Our editors’ weekly take on humanitarian news, trends, and developments from around the globe.
On our radar
Chinese soft power put to the test in Africa
Sino-Africa relations are growing testy in the wake of COVID-19. Initially, in geopolitical terms, China was recovering some ground lost to the pandemic. The Jack Ma Foundation’s donation of 5.4 million face masks and a million testing kits to 54 African countries was well received. But the goodwill has turned to outrage over reports of racial discrimination against Africans in China, as tough new coronavirus restrictions were implemented. Africans living in the southern Chinese city of Guangzhou were evicted from their apartments and refused entry to restaurants. Film clips showed homeless young men being pinned face-first to the pavement by police. African officials have in the past been reluctant to criticise Beijing, but Chinese ambassadors in several countries were summoned and upbraided. The United States has tried to maximize China’s discomfort. A State Department official said the episode was “a sad reminder of how hollow the PRC-Africa relationship really is.” But Beijing was soon back on a soft power offensive, with reports of doctors being dispatched to African countries to help tackle COVID-19.
Ebola resurfaces in Congo
A 26-year-old electrician died after contracting Ebola in the Democratic Republic of Congo last week, just days before the epidemic that has killed more than 2,200 people was due to be declared over. Four more confirmed cases have since been reported and hundreds of contacts have been traced. On Tuesday, the World Health Organisation said the epidemic – the second deadliest on record – still constitutes a Public Health Emergency of International Concern, or PHEIC, despite the limited risk of international spread. But funding is in short supply, with the WHO requesting an additional $20 million just to ensure response teams can continue to operate on the ground. Though Congo has experience, having stamped out nine previous Ebola outbreaks, the current one has been marred by distrust between residents and responders. Threats against health workers in recent days prevented the decontamination of the 26-year-old patient’s household, while civil society groups have launched protests against what they see as the continuation of “Ebola business”. COVID-19, meanwhile, is spreading, with cases reported in the capital, Kinshasa, as well as Congo’s conflict-affected eastern provinces, including the Ebola outbreak zone of Beni. For more, read our piece on the challenges of juggling the two epidemics simultaneously.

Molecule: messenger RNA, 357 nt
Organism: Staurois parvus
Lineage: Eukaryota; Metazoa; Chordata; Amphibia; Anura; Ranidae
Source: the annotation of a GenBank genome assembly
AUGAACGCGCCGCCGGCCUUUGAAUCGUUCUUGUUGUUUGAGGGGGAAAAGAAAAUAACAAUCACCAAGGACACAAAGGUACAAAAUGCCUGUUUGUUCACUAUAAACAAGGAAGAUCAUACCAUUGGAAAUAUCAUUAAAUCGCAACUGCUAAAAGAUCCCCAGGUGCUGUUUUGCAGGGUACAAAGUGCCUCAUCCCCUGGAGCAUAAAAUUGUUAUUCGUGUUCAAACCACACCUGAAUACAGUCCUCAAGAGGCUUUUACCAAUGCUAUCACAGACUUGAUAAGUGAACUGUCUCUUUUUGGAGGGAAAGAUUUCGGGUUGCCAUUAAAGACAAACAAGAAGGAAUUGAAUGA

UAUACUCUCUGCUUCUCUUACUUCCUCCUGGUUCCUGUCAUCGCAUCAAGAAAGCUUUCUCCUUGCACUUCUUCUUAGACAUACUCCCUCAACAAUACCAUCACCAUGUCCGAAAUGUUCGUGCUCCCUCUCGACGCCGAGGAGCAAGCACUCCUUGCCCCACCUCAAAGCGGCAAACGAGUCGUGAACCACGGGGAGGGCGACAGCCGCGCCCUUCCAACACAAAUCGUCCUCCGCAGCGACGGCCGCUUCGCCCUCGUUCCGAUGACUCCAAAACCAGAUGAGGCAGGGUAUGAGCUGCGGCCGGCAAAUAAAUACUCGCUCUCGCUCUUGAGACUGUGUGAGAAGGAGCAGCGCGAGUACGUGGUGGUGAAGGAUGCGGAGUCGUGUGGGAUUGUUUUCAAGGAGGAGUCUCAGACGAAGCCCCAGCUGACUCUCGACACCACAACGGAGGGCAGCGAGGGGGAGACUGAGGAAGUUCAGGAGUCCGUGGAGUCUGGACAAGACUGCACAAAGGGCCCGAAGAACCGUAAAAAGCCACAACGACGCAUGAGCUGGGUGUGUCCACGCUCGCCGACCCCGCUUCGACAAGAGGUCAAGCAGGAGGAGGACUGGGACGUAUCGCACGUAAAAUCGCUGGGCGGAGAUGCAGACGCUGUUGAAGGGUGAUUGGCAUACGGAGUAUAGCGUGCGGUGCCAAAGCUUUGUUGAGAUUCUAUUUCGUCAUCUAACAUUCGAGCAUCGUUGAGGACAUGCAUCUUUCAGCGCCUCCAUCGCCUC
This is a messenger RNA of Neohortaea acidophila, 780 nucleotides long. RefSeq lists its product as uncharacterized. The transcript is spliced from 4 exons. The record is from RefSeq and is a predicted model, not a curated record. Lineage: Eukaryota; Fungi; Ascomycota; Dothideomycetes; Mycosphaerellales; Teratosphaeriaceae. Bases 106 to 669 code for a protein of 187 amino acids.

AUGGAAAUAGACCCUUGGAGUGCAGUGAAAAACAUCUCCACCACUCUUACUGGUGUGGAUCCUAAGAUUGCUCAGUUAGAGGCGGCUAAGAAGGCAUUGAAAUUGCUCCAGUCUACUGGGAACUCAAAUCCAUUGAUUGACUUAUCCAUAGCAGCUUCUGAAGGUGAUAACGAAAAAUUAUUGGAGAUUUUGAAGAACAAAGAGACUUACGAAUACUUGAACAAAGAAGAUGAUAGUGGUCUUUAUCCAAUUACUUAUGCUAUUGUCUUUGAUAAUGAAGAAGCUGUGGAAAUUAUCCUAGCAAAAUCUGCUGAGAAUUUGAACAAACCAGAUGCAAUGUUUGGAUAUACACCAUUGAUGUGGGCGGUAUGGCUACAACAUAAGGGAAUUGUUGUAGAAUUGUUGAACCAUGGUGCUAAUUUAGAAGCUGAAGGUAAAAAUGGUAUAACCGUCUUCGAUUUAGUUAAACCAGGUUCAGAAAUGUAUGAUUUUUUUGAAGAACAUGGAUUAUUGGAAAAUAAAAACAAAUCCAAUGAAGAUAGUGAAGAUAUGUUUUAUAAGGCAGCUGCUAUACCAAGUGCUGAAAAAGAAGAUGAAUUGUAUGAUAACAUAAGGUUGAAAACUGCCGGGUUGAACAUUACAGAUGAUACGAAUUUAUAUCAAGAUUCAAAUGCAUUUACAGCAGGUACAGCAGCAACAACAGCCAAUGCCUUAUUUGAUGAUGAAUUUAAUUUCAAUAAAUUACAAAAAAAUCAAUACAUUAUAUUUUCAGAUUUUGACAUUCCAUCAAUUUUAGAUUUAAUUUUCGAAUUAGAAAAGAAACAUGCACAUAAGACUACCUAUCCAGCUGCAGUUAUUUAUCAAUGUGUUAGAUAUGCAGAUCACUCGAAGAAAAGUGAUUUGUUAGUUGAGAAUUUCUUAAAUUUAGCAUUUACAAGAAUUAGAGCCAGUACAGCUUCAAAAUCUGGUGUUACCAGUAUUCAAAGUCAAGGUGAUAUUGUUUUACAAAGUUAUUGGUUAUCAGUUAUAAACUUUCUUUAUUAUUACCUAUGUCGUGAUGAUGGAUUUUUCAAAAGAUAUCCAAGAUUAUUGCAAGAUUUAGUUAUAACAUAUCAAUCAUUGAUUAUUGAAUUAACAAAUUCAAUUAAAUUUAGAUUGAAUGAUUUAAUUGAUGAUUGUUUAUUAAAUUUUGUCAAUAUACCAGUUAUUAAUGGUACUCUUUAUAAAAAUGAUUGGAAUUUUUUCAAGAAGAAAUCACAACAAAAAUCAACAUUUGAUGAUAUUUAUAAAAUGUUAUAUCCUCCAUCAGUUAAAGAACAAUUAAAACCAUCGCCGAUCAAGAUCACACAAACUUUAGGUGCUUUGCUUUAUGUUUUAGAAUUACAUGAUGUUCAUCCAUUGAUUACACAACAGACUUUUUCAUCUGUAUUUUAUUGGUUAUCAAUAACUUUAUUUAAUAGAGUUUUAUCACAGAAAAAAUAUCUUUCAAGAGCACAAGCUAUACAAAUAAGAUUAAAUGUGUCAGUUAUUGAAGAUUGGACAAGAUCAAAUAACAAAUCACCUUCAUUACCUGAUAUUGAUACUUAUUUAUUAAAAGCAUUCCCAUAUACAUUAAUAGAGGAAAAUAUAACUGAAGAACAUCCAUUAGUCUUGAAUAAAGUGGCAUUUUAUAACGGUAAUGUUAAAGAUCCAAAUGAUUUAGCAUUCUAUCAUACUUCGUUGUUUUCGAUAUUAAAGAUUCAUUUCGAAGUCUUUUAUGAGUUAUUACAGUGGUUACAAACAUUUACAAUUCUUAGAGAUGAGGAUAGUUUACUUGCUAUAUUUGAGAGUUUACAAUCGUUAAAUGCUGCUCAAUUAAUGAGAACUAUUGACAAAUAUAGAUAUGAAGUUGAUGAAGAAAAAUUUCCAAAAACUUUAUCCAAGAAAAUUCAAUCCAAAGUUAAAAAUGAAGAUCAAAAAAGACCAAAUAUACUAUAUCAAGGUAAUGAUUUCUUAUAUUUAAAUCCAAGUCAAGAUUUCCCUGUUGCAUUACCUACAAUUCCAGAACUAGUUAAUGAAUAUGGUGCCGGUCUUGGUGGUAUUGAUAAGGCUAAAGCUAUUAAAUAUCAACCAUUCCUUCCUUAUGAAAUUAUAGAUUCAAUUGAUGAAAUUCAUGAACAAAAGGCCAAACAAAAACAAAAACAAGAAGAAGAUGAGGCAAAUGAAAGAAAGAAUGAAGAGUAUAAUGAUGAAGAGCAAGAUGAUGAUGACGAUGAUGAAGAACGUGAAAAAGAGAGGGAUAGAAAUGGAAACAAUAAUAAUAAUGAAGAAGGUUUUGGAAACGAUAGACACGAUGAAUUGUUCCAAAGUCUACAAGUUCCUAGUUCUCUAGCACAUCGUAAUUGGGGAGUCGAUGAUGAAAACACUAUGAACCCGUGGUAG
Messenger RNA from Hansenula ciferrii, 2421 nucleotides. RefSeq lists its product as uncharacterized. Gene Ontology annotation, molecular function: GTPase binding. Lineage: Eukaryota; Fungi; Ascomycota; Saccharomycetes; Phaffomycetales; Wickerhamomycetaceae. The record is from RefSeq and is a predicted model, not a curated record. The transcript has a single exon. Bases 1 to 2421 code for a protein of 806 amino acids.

Indigenous groups limit outside interaction
Disparities in healthcare and access to resources, as well as pre-existing health conditions, make indigneous communities more vulnerable to the impacts of coronavirus. Concerns are heightened for tribes in voluntary isolation who haven’t built up the immunity to withstand foreign infectious or contagious diseases, such as those in the Amazon. Aware of the risks, indigenous leaders have taken steps to slow the spread of the virus by issuing lockdowns, suspending tourism activities, closing roads, and setting up border patrols – to varying degrees of success. In the mountainous Cauca region of Colombia, indigenous community members have been threatened by drug traffickers seeking passage through their territory. In Brazil, where a second indigenous person has died of COVID-19, gold miners operating illegally in remote tribal areas are thought to have brought the disease in. In the United States and Canada, Native American and indigenous groups are fearful that people seeking to escape city centres for the country will risk spreading the pandemic to isolated rural areas. Deforestation, urbanisation, and infrastructure projects can also be catalysts for its spread – the first indigenous Orang Asli person contracted coronavirus in an area of Malaysia where palm oil plantations have expanded into forest lands.